Historic mansions in Moscow open their doors for visitors

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Moscow mansion of General Alexey Petrovich Yermolov

This article was researched from Russian media sources and written by Paul Gilbert, Founder of Royal Russia © 2018

On the International Day of Culture (15th April), 150 historic buildings of Moscow opened their doors to the public. Among them, the mansion located at Ulitsa Prechistenka 20, the former residence of General Aleksey Petrovich Yermolov (1777-1861), which today houses the Main Department for Servicing the Diplomatic Corps (GlavUpDK) under the Russian Ministry of Foreign Affairs. Given that it is a government building, it is not open to visitors, but for Irina Razumovskaya (see video link at bottom of this article) they made an exception.

The mansion was built in the late 18th century by the Russian architect Matvey Feodorovich Kazakov (1738-1812), for Dr. Justus Christian Loder (1753-1812). Kazakov is famous for rebuilding the center of Moscow in the Palladian style during the reign of the Empress Catherine II.

In 1812, the house was badly damaged by fire. In its place the present two-story building was constructed. After the Patriotic War of 1812, the owner mansion was Countess Orlova (1741-1817). 

General Aleksey Petrovich Yermolov acquired the mansion in 1851. He collected a rich library in the house. The hero of the Great Patriotic War of 1812 lived in the mansion for 10 years until his death, in 1861. 

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Portrait of General Aleksey Petrovich Yermolov by Pyotr Zakharov-Chechenets (1843)

After Yermolov’s death, the mansion was acquired by Vladimir Dmitrievich Konshin (1824-1915), a nobleman, businessman, and Merchant of the 1st Guild. The new owner made a number of changes to the interior of the mansion: Yermolov’s library was lost, while the house acquired modern features of rococo and baroque, the facade was decorated with a rich decor with images of double-headed eagles, griffins, lion’s heads, oak and laurel branches. 

At the beginning of the 20th century, the mansion acquired by the family of the Russian millionaire industrialist Alexei Konstantinovich Ushkov (1879-1948). who had the building completely redone and became one of the most luxurious in the city, however the mansion lost many of its classic features.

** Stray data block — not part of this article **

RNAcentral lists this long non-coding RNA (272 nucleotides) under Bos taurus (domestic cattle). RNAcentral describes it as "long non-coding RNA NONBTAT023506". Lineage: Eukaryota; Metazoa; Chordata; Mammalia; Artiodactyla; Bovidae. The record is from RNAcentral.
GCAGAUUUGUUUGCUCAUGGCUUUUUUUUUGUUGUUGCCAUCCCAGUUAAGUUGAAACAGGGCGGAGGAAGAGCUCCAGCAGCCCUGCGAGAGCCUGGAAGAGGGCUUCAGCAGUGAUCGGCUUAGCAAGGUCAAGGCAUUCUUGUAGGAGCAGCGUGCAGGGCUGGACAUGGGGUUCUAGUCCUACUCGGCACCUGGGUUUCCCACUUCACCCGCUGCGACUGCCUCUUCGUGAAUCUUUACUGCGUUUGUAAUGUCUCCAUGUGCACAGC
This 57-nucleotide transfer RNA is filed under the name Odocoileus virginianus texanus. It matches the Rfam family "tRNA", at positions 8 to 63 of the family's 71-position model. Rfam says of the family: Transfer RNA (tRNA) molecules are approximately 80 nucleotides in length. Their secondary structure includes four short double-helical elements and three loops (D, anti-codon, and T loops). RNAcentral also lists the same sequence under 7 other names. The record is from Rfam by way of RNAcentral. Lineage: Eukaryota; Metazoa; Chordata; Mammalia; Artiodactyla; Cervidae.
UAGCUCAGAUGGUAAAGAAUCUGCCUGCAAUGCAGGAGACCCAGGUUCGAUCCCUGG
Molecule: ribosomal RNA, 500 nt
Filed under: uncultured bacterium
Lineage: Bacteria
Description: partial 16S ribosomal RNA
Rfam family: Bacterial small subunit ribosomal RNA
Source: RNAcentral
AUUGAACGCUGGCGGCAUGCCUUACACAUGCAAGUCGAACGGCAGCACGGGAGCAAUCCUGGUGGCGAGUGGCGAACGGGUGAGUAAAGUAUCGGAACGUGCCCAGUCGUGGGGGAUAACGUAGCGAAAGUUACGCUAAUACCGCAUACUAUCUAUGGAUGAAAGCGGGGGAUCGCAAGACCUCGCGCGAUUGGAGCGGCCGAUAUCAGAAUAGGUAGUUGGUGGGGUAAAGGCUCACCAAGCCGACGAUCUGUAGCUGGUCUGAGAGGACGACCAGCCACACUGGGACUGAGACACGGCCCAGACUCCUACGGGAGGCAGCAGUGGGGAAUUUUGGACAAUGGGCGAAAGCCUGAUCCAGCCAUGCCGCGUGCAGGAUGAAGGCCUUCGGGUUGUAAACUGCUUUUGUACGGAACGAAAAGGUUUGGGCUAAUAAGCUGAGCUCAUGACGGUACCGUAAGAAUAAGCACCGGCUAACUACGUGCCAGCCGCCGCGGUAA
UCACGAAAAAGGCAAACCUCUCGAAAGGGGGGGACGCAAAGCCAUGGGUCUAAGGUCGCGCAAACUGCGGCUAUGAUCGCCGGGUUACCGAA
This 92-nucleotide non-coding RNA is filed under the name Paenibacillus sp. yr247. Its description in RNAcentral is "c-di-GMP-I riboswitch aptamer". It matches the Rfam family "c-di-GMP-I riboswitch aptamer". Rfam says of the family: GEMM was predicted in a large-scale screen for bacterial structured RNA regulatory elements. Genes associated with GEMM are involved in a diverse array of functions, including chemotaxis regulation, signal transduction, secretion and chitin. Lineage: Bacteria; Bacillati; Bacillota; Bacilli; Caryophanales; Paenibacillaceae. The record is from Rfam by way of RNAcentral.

For his beloved wife, the prima ballerina of the Bolshoi Theater Alexandra Mikhailovna Balashova (1887-1979), Ushkov built a mirrored hall for her classes. He also rooms designed in Pompeian, Roman and Moorish styles. The decoration of one of them was found by accident during the restoration of the building in the late 1990’s.

“There was an office space in the former mansion, all the walls were white. The ceiling was covered with boards and also painted white. Here four people worked, suddenly a lamp falls from the ceiling. After removal of the boards, we were surprised to discover a dome,” said Georgy Orlov, chief architect of GlavUpDK.

They also discovered a box in the hidden dome, which contained details of hidden oriental decor. Experts have established the author of this decoration – the famous architect Fyodor Osipovich Shekhtel (1859-1926). The doors here also concealed a secret. Before discarding the doors, the workers decided to sand them.  

“There were 20 layers of mastic. It was discovered, that hidden underneath these layers was gilding, and it became clear that the doors must be preserved and restored, “he added.

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Early 20th century photo of the Yermolov Mansion located at Ulitsa Prechistenka 20, Moscow

As noted above, the Main Department for Servicing the Diplomatic Corps of the Ministry of Foreign Affairs is currently housed in the former Yermolov mansion. The department has in its charge – 150 mansions, many of which are monuments of architecture.

“Due to the fact that the embassies were located in many of them, they suffered the least damage during the Soviet period, but our organization is doing a great job of preserving these buildings, returning their historical appearance,” said Svetlana Chumikova, director of the Public Relations Department at GlavUpDK.

In 1917, the owner of the mansion on Ulitsa Prechistenka Alexei Ushkov emigrated with his wife to Paris. And from there came the new mistress of the house, the American dancer Isadora Duncan (1877-1927), who arranged a choreographic studio in the house.  

In this hall, where the most important diplomatic negotiations with the ambassadors of different countries are today, Duncan once taught the free dance to her pupils. In 1921, she was invited to live in Moscow, where the Soviet authorities gave her this mansion.

Isadora Duncan lived here with their husband the poet Sergei Yesenin, until their divorce in 1924. The building was passed to the People’s Commissariat for Foreign Affairs in the 1930s, who preserved many of the mansions historic interiors and elements.

Click HERE to watch a video of a tour of the Yermolov Mansion, as it looks today.